You can restore a DB instance from a manual or automatically created snapshot, provided that you haven’t deleted the manual snapshot or automated snapshot hasn’t expired/deleted.

AWS Management Console, AWS CLI, or RDS API is the tools which you can use to restore a DB instance from a DB snapshot.


  • A DB instance cannot be restored to an existing DB instance. Restoring a DB instance from its snapshot creates a new DB instance.
  • You can't restore a DB instance from a DB snapshot that is both shared and encrypted.

While restoring, you need to provide the name of DB snapshot from which you want to restore a DB instance. Next, you need to assign a name to the new DB instance that will be created and contain the restored databases.


Amazon RDS helps you host your database on cloud. It also allows you to automatically or manually create backup of your DB instances in the form of DB snapshots. You can restore the DB instance from such snapshots, if required.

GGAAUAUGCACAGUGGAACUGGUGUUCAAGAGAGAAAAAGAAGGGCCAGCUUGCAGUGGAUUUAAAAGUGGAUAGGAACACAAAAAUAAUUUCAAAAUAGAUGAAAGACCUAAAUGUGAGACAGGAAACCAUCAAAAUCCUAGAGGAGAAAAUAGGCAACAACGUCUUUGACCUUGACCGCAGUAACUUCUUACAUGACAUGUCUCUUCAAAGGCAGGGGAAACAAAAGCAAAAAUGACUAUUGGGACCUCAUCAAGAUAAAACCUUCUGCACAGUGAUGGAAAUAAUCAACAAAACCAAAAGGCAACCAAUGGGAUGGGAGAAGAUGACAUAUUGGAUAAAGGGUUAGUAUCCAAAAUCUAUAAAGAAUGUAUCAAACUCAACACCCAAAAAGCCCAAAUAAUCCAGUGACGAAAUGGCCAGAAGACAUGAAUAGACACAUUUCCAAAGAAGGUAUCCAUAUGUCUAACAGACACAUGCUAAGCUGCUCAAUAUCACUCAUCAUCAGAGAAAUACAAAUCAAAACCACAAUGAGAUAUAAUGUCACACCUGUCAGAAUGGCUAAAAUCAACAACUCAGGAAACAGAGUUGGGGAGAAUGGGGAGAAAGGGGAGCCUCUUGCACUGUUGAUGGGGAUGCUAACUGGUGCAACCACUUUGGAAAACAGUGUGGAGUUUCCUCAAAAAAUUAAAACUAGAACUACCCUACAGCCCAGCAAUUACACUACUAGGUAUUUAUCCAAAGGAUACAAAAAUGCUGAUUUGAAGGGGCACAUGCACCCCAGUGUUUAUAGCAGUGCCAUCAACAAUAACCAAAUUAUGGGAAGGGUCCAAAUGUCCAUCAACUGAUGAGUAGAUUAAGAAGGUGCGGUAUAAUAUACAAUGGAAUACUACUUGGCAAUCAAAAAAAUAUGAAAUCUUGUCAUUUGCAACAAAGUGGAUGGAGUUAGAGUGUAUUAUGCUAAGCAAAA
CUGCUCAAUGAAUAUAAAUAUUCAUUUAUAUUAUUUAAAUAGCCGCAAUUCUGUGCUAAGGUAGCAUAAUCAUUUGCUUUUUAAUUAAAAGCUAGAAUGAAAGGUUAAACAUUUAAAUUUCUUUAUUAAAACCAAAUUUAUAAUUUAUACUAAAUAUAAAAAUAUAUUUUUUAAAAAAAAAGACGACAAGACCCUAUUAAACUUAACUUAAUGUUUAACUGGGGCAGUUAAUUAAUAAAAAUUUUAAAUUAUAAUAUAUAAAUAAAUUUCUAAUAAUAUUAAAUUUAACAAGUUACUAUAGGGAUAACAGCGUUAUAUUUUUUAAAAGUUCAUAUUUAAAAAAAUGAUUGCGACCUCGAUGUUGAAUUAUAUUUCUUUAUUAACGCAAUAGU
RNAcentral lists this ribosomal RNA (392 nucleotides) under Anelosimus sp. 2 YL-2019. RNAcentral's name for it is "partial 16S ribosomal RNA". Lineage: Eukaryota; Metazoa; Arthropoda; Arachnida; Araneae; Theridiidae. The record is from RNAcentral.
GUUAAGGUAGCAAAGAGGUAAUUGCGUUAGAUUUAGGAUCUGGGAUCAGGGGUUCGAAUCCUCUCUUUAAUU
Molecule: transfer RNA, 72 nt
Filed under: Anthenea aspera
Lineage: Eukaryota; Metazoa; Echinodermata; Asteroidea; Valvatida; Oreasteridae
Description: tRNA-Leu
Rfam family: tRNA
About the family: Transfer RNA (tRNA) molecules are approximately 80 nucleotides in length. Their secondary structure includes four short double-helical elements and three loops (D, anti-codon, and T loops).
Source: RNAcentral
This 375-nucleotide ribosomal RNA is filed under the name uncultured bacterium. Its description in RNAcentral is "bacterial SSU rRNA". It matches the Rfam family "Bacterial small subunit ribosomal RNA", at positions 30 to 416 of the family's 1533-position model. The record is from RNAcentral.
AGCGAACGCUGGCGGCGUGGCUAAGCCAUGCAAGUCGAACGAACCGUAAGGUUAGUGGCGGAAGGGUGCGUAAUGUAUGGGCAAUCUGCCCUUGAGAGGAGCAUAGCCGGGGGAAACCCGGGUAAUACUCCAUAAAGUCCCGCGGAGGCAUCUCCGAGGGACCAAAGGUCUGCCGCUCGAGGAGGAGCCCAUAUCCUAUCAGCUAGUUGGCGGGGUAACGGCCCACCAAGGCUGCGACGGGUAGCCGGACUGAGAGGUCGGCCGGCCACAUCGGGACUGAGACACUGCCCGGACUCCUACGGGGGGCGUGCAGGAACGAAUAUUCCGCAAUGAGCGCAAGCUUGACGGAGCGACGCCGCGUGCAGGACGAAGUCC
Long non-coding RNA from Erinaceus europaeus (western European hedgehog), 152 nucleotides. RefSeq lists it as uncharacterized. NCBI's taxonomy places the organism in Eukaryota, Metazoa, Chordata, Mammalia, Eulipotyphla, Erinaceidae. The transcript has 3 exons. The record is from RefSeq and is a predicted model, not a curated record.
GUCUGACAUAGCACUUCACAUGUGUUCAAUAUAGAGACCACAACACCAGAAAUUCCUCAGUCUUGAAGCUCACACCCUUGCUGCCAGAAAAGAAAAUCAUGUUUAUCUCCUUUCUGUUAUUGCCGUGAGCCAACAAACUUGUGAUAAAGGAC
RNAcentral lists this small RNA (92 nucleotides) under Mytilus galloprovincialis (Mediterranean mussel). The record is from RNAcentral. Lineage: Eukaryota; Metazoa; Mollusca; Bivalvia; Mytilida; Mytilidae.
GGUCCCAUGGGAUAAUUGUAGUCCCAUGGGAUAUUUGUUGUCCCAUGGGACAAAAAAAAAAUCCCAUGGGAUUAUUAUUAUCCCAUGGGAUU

Automatic backups are retained only for specified retention period. Past this retention period, they’re automatically deleted. However, manual backups can be deleted only when you manually delete them.

If you have the backup of a DB instance, you can easily restore it by using AWS Management Console, the AWS CLI, or the RDS API.

If you’re using only a local server for DB instance backup, and have lost/deleted the local backup and are unable to restore the DB instance, you can contact a database recovery expert such as Stellar®, who can help you recover your crucial business data with utmost safety and privacy.